NASA Remembers Its Fallen Heroes, 30th Anniversary of Challenger Accident

NASA Administrator Charles Bolden and his wife Alexis lay a wreath at the Tomb of the Unknowns as part of NASA's Day of Remembrance, Friday, Jan. 31, 2014, at Arlington National Cemetery.  The wreaths were laid in memory of those men and women who lost their lives in the quest for space exploration. (Credit: NASA/Bill Ingalls)
NASA Administrator Charles Bolden and his wife Alexis lay a wreath at the Tomb of the Unknowns as part of NASA’s Day of Remembrance, Friday, Jan. 31, 2014, at Arlington National Cemetery. The wreaths were laid in memory of those men and women who lost their lives in the quest for space exploration. (Credit: NASA/Bill Ingalls)

WASHINGTON (NASA PR) — NASA will pay will tribute to the crews of Apollo 1 and space shuttles Challenger and Columbia, as well as other NASA colleagues, during the agency’s Day of Remembrance on Thursday, Jan. 28, the 30th anniversary of the Challenger accident. NASA’s Day of Remembrance honors members of the NASA family who lost their lives while furthering the cause of exploration and discovery.

NASA Administrator Charles Bolden, Deputy Administrator Dava Newman, and other agency senior officials will hold an observance and wreath-laying at Arlington National Cemetery in Virginia starting at 9 a.m. EST. Following the wreath-laying ceremony at Arlington, various NASA centers will hold remembrance events Thursday for employees and the families of those lost in service to America’s space program.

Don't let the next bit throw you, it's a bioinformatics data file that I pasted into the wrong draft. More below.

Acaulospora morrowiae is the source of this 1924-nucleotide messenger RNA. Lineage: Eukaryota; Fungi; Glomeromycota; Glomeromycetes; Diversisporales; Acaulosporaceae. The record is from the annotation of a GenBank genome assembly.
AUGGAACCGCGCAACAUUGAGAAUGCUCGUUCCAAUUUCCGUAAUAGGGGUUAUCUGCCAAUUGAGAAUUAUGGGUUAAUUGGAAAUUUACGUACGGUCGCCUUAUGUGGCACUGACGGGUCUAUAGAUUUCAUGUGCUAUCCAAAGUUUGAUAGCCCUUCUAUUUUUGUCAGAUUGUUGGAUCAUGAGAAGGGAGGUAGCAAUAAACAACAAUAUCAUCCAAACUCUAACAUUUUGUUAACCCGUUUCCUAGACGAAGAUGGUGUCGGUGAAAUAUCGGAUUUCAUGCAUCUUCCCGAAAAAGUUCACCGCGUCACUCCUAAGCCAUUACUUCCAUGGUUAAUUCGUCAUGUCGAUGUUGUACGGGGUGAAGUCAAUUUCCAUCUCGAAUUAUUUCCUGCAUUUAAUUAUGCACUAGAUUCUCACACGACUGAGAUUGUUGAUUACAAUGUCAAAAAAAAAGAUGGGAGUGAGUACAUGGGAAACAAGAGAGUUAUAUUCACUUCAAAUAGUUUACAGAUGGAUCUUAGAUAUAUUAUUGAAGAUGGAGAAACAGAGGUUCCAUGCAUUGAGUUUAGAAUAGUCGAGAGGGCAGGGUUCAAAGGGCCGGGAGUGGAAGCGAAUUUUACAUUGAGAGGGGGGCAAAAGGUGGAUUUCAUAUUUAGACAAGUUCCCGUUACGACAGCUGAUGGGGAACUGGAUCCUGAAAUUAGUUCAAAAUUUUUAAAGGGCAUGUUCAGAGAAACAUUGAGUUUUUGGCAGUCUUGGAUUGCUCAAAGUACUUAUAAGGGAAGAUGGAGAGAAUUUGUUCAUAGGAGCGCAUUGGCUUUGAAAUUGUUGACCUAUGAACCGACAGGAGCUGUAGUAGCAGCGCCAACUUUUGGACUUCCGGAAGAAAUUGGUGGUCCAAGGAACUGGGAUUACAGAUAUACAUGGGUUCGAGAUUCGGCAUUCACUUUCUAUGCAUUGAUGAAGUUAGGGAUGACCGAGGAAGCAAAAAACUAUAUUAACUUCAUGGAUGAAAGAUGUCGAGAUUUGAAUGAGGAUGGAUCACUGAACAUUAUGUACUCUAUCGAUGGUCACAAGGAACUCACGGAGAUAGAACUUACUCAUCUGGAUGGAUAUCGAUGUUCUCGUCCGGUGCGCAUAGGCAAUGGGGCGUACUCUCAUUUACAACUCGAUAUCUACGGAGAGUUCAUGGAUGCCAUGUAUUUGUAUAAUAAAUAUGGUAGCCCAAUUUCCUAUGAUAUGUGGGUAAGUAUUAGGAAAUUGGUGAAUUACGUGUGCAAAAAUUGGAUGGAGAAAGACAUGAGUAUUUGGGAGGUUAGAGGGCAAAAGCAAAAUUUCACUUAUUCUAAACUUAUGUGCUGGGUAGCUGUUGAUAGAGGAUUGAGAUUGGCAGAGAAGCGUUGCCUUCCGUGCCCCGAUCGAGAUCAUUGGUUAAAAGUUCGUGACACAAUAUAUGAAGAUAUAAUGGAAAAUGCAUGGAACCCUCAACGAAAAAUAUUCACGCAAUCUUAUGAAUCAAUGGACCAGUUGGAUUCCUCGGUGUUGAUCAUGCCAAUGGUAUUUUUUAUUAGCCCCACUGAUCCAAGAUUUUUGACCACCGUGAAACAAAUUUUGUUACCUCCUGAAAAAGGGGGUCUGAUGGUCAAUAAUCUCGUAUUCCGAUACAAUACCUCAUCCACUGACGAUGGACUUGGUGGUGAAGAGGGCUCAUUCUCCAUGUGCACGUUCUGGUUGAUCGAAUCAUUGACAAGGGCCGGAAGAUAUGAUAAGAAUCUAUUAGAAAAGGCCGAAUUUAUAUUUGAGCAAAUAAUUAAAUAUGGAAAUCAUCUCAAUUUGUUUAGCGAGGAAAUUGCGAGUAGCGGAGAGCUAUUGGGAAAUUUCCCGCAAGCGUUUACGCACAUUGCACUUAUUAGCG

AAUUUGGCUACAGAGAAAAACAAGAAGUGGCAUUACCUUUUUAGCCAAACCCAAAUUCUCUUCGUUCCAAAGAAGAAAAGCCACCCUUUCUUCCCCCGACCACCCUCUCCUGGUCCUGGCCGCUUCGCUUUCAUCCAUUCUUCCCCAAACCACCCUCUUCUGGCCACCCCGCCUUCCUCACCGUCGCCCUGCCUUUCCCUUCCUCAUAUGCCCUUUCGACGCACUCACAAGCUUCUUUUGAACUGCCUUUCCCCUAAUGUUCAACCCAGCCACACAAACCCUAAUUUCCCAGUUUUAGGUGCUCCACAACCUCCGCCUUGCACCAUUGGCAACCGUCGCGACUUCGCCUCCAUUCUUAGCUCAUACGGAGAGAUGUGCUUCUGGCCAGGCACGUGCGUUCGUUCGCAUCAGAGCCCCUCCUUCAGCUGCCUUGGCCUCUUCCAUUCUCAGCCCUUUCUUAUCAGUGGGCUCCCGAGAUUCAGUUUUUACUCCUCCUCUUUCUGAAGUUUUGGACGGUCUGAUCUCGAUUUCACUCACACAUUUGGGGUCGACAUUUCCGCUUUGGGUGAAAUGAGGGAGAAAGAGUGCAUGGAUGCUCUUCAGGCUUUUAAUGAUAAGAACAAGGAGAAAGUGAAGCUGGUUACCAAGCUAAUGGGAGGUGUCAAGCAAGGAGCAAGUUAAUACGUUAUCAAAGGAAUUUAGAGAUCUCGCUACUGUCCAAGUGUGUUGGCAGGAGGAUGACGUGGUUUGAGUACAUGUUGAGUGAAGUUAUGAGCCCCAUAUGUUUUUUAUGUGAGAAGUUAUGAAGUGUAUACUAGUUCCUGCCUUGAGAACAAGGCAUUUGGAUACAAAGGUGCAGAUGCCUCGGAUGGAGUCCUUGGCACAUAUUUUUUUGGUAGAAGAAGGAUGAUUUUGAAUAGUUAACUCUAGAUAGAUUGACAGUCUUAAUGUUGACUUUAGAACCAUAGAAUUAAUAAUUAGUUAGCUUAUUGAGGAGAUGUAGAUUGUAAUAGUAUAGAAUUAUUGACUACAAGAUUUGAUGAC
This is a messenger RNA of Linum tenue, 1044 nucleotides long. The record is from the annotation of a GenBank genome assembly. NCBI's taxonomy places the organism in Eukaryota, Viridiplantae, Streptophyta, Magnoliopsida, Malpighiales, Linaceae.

At 10 a.m., NASA Television will provide live coverage of a wreath-laying ceremony at the Space Mirror Memorial located at the Kennedy Space Center Visitor Complex in Florida. The observance is hosted by the Astronauts Memorial Foundation, which is a private, not-for-profit organization. It built and maintains the Space Mirror Memorial, which was dedicated in 1991 to honor all astronauts who lost their lives on missions or during training. It has been designated a National Memorial by Congress.

NASA’s Marshall Space Flight Center in Huntsville, Alabama, will observe the day with a candle-lighting ceremony for center employees, as well as a public event at the U.S. Space & Rocket Center, Marshall’s official visitor center, at 10 a.m. CST. NASA’s Johnson Space Center in Houston, will hold an event for employees that includes placing flowers at the Apollo, Challenger and Columbia Trees at the center.

In partnership with the Challenger Learning Center of Northwest Indiana, NASA’s Glenn Research Center will host former astronaut Greg Harbaugh for the opening of the exhibit “Inspiring the Future — The Legacy of Exploration,” at the Indiana Welcome Center in Hammond.

The agency also is paying tribute to its fallen astronauts with special online content available beginning Wednesday, Jan. 27 at:

http://www.nasa.gov/dor

For NASA Television downlink information, schedule information and streaming video, visit:

http://www.nasa.gov/nasatv

  • TimR